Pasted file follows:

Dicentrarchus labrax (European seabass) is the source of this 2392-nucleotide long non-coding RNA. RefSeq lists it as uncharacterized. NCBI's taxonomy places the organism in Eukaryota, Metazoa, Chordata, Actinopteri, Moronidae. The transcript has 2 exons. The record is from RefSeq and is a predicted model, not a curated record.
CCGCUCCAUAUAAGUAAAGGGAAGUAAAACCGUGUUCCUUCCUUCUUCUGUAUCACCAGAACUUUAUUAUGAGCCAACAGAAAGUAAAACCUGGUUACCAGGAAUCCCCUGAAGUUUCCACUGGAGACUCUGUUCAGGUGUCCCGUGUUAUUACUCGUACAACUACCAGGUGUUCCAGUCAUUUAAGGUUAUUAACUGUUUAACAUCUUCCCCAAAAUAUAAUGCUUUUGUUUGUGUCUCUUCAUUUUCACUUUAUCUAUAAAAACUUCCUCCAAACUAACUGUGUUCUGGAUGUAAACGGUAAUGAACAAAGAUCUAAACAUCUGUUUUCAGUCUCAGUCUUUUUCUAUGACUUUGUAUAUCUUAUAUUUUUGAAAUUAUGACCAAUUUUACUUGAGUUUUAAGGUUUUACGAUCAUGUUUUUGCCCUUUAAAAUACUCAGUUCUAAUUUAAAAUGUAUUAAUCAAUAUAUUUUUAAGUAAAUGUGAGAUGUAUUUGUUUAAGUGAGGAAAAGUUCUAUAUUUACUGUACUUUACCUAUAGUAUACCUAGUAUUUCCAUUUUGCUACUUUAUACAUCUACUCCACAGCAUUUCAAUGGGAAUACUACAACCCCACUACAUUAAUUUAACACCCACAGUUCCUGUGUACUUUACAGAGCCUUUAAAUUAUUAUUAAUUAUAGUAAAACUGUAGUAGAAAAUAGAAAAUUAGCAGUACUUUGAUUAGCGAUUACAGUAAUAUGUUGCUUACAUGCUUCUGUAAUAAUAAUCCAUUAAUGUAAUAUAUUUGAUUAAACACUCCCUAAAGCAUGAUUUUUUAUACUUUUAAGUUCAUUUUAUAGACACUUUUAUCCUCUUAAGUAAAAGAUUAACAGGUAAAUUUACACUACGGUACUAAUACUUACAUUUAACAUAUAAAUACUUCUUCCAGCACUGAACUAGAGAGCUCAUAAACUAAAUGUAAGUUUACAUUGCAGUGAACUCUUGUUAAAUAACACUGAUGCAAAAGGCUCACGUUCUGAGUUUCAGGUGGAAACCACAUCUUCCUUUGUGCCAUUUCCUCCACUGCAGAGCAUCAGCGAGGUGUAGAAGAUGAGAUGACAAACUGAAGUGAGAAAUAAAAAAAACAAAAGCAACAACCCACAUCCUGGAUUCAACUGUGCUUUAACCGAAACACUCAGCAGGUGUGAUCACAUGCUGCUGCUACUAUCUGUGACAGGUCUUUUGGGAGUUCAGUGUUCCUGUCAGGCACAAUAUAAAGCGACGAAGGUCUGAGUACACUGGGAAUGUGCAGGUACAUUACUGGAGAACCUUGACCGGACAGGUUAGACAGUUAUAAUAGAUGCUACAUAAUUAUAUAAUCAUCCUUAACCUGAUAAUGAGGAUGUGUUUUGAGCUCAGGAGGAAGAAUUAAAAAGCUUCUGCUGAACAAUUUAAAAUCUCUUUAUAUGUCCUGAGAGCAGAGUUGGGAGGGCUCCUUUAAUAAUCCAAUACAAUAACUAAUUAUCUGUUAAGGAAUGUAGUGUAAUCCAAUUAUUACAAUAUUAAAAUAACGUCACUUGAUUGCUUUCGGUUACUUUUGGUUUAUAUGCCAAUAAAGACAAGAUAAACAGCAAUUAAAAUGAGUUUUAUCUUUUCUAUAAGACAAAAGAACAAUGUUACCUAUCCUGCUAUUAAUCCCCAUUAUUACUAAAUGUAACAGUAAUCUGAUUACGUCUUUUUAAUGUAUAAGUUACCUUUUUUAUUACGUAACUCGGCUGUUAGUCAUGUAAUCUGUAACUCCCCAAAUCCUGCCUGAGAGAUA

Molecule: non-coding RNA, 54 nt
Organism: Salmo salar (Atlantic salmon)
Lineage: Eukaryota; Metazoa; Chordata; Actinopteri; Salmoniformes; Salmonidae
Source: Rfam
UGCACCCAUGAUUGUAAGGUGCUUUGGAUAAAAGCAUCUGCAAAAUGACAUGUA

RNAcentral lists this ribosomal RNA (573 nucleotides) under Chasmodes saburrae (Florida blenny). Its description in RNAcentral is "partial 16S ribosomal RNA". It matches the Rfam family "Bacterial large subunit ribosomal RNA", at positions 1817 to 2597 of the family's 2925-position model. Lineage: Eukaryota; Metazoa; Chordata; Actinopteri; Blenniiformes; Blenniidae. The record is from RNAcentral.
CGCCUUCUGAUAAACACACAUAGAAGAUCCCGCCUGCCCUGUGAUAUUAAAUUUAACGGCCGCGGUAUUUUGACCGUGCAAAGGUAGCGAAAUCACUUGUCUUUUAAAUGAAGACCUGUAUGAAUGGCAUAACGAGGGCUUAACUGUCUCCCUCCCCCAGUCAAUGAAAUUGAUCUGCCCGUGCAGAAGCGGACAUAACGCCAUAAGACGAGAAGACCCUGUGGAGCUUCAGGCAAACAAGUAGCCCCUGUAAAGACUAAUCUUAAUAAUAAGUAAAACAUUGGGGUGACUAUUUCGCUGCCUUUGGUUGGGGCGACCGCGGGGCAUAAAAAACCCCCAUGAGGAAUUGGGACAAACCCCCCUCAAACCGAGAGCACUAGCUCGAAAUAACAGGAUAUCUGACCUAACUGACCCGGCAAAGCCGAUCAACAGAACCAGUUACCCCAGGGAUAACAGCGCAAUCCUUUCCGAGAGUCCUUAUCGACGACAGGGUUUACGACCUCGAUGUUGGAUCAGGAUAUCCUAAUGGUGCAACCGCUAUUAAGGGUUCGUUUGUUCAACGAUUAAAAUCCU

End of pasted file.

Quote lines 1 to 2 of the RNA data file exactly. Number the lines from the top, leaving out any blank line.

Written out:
Dicentrarchus labrax (European seabass) is the source of this 2392-nucleotide long non-coding RNA. RefSeq lists it as uncharacterized. NCBI's taxonomy places the organism in Eukaryota, Metazoa, Chordata, Actinopteri, Moronidae. The transcript has 2 exons. The record is from RefSeq and is a predicted model, not a curated record.
CCGCUCCAUAUAAGUAAAGGGAAGUAAAACCGUGUUCCUUCCUUCUUCUGUAUCACCAGAACUUUAUUAUGAGCCAACAGAAAGUAAAACCUGGUUACCAGGAAUCCCCUGAAGUUUCCACUGGAGACUCUGUUCAGGUGUCCCGUGUUAUUACUCGUACAACUACCAGGUGUUCCAGUCAUUUAAGGUUAUUAACUGUUUAACAUCUUCCCCAAAAUAUAAUGCUUUUGUUUGUGUCUCUUCAUUUUCACUUUAUCUAUAAAAACUUCCUCCAAACUAACUGUGUUCUGGAUGUAAACGGUAAUGAACAAAGAUCUAAACAUCUGUUUUCAGUCUCAGUCUUUUUCUAUGACUUUGUAUAUCUUAUAUUUUUGAAAUUAUGACCAAUUUUACUUGAGUUUUAAGGUUUUACGAUCAUGUUUUUGCCCUUUAAAAUACUCAGUUCUAAUUUAAAAUGUAUUAAUCAAUAUAUUUUUAAGUAAAUGUGAGAUGUAUUUGUUUAAGUGAGGAAAAGUUCUAUAUUUACUGUACUUUACCUAUAGUAUACCUAGUAUUUCCAUUUUGCUACUUUAUACAUCUACUCCACAGCAUUUCAAUGGGAAUACUACAACCCCACUACAUUAAUUUAACACCCACAGUUCCUGUGUACUUUACAGAGCCUUUAAAUUAUUAUUAAUUAUAGUAAAACUGUAGUAGAAAAUAGAAAAUUAGCAGUACUUUGAUUAGCGAUUACAGUAAUAUGUUGCUUACAUGCUUCUGUAAUAAUAAUCCAUUAAUGUAAUAUAUUUGAUUAAACACUCCCUAAAGCAUGAUUUUUUAUACUUUUAAGUUCAUUUUAUAGACACUUUUAUCCUCUUAAGUAAAAGAUUAACAGGUAAAUUUACACUACGGUACUAAUACUUACAUUUAACAUAUAAAUACUUCUUCCAGCACUGAACUAGAGAGCUCAUAAACUAAAUGUAAGUUUACAUUGCAGUGAACUCUUGUUAAAUAACACUGAUGCAAAAGGCUCACGUUCUGAGUUUCAGGUGGAAACCACAUCUUCCUUUGUGCCAUUUCCUCCACUGCAGAGCAUCAGCGAGGUGUAGAAGAUGAGAUGACAAACUGAAGUGAGAAAUAAAAAAAACAAAAGCAACAACCCACAUCCUGGAUUCAACUGUGCUUUAACCGAAACACUCAGCAGGUGUGAUCACAUGCUGCUGCUACUAUCUGUGACAGGUCUUUUGGGAGUUCAGUGUUCCUGUCAGGCACAAUAUAAAGCGACGAAGGUCUGAGUACACUGGGAAUGUGCAGGUACAUUACUGGAGAACCUUGACCGGACAGGUUAGACAGUUAUAAUAGAUGCUACAUAAUUAUAUAAUCAUCCUUAACCUGAUAAUGAGGAUGUGUUUUGAGCUCAGGAGGAAGAAUUAAAAAGCUUCUGCUGAACAAUUUAAAAUCUCUUUAUAUGUCCUGAGAGCAGAGUUGGGAGGGCUCCUUUAAUAAUCCAAUACAAUAACUAAUUAUCUGUUAAGGAAUGUAGUGUAAUCCAAUUAUUACAAUAUUAAAAUAACGUCACUUGAUUGCUUUCGGUUACUUUUGGUUUAUAUGCCAAUAAAGACAAGAUAAACAGCAAUUAAAAUGAGUUUUAUCUUUUCUAUAAGACAAAAGAACAAUGUUACCUAUCCUGCUAUUAAUCCCCAUUAUUACUAAAUGUAACAGUAAUCUGAUUACGUCUUUUUAAUGUAUAAGUUACCUUUUUUAUUACGUAACUCGGCUGUUAGUCAUGUAAUCUGUAACUCCCCAAAUCCUGCCUGAGAGAUA